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Total lunar eclipse. Red moon. Wolf moon. Full moon. Lots of descriptors for last night’s moon. It was stunning to watch. Constantly changing. We were lucky to see it. The skies had been overcast all day and even when the moon came up, there was still a thick hazy cloud cover.

As if that wasn’t enough, the moon set this morning was also stunning. Sinking in the deep blue sky that gradually turned to purple and pink alpenglow.

It was a perfect sunny day with bluebird blue skies on the Methow Trails yesterday. The groomed trails are in good shape despite a lower than wished for snowpack. I’m glad we got out because today it is pea soup foggy conditions! A good day to stay inside.

Both The Winthrop Gallery and the Confluence Gallery hung new shows this week and I have new work in each show.

At The Winthrop Gallery, the theme is Methow Wonderland. I brought in two pieces showing Alpenglow on mountains that I can see from my house. One of my favorite things is to watch the sunlight spread over the snow-covered mountains as I have my coffee in the morning. Today is overcast so that won’t happen.

 

The Winthrop Gallery is open from 10:00 til 5:00 Thursday through Monday.

 

At The Confluence Gallery in Twisp, Caryl Campbell curated a show titled Weathering Change. I had this in mind while I was traveling through Utah in November.

The Confluence is open Wednesday through Friday from 10:00 til 5:00, and on Saturday from 10:00 til 3:00. There will be a reception tomorrow, Saturday the 12th from 5:00 til 7:00 pm.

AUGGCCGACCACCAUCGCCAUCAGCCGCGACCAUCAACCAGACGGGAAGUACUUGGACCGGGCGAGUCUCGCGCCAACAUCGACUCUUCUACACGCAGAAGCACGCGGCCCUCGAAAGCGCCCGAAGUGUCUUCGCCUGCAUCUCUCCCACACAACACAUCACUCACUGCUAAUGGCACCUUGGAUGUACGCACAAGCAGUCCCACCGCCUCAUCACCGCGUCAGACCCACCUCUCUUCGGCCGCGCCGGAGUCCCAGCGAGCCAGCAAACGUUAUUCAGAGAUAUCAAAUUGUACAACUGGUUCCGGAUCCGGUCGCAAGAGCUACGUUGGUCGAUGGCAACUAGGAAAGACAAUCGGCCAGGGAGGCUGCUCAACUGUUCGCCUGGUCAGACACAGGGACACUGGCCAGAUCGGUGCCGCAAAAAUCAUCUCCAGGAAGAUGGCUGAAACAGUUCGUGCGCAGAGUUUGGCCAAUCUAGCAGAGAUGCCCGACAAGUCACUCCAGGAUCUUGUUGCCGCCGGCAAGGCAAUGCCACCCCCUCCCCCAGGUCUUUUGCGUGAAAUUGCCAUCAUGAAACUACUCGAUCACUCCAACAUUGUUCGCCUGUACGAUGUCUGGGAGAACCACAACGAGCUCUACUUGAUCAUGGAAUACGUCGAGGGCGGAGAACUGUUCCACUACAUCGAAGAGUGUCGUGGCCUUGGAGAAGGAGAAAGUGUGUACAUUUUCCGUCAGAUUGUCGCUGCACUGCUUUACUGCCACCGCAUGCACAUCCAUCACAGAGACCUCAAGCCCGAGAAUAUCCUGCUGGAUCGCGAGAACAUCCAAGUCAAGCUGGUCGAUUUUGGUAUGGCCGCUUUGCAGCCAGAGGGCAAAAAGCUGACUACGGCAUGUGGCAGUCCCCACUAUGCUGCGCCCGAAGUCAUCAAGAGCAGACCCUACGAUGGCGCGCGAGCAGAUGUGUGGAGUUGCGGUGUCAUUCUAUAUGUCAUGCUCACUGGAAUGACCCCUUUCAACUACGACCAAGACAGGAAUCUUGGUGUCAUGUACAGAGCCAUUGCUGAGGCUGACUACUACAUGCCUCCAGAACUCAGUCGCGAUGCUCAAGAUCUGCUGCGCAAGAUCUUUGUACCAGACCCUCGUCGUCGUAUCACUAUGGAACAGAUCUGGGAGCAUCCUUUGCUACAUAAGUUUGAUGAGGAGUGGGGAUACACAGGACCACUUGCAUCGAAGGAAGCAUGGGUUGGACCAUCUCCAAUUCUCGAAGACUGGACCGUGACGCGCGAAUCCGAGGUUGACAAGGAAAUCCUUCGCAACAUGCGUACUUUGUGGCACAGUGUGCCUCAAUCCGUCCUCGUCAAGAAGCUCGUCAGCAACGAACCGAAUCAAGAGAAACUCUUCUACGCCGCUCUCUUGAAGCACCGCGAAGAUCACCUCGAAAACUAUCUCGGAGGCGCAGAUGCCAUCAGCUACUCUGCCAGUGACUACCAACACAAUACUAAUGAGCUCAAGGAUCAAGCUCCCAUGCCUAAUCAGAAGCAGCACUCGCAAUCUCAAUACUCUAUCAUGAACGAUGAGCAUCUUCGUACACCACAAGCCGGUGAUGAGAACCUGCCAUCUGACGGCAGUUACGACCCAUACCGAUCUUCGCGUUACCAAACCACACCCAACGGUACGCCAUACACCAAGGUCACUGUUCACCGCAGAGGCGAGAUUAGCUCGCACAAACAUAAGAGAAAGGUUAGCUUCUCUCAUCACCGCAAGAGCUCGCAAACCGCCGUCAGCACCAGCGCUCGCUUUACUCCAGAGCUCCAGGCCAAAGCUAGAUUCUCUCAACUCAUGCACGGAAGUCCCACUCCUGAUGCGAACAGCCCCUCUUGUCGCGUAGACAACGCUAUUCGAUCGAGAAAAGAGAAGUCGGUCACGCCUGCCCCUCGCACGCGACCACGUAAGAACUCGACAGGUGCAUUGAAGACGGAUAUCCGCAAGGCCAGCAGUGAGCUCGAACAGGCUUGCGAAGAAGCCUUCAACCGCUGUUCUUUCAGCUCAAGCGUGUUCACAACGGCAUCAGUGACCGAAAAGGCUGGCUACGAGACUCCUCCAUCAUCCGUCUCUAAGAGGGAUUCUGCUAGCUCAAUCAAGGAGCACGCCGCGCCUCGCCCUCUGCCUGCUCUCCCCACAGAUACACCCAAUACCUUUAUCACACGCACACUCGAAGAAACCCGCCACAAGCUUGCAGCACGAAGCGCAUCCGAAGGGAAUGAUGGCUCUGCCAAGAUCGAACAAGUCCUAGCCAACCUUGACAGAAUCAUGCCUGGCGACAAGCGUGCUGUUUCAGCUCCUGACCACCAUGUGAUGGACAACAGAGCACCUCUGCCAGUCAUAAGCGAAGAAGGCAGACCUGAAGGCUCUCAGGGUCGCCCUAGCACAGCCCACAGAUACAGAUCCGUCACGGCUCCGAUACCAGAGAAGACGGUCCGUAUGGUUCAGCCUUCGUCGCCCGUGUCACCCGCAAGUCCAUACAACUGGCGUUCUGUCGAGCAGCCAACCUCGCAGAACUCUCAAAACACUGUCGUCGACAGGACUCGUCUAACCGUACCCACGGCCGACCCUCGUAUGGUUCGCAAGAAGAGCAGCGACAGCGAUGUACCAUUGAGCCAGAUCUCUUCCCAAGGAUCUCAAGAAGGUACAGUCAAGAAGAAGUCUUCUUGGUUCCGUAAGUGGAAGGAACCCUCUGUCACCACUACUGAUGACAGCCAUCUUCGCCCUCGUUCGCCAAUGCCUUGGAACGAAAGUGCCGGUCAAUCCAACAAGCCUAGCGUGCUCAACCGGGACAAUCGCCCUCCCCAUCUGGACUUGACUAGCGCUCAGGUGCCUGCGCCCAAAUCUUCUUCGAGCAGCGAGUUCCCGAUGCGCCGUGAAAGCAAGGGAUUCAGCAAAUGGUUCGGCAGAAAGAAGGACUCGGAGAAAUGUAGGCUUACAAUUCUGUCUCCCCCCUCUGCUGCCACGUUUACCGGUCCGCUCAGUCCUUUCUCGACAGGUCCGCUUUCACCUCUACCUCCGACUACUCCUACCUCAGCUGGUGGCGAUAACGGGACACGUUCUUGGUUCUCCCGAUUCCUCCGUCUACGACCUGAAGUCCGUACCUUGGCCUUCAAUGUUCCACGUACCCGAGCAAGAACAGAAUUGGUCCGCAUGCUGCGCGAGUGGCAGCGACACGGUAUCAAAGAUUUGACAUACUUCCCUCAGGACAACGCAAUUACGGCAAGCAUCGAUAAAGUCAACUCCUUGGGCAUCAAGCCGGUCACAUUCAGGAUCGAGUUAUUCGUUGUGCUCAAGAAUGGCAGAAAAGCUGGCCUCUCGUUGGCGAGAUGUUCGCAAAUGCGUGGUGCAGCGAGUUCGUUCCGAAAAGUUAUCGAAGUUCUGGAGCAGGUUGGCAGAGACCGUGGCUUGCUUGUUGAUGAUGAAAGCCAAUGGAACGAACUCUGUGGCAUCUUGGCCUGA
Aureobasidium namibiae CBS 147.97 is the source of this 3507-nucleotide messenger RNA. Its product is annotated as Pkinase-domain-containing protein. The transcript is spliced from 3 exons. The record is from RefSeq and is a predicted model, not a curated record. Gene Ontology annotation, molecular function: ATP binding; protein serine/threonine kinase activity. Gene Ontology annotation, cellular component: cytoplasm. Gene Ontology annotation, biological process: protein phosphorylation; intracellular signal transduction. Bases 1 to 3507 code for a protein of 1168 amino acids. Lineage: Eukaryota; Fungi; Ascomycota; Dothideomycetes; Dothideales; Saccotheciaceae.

The holiday season was a blur of events and meals and non-stop entertainment. A week into the new year and I am beginning to feel ‘normal’ again. So far the snow in the valley is less than normal but the groomed trails are in good shape for skate skiing and classic skiing. The Loup even opened up for New Years. Here’s hoping for more snow and winter fun in the Methow.

Last Sunday we had a good snowfall and I was thankful I’d filled the bird feeders the afternoon before. The finches and juncos appreciated it too. And then, I noticed three Red-winged Blackbirds at the feeders. Oh dear. There have been winters when the blackbirds stayed and didn’t migrate to warmer climates and each day they would empty the feeders in no time. I like blackbirds, especially when they are singing over a cattail marsh in the spring and early summer. But if they are going to be coming to the feeder all winter, I might need to start a fund raiser to buy seeds for them.

The three birds soon left and I figured they would be back with their friends. That’s just the way they are. Well. They had a lot of friends. Soon, there were waves and waves of Red-winged Blackbirds coming up from the valley floor. I estimated at least 250 birds. It was like that old Alfred Hitchcock movie. Every tree, snag and bush in sight of the feeders was covered with them. Some of them got to the feeders but most just stood around or flew around and watched. After a while they all left. Later in the afternoon the big group returned. Since then I’ve only seen smaller groups of blackbirds here. What a relief. Maybe they will just come on snowfall days? I would not have even guessed there were that many Red-winged Blackbirds in this valley at this time of year.

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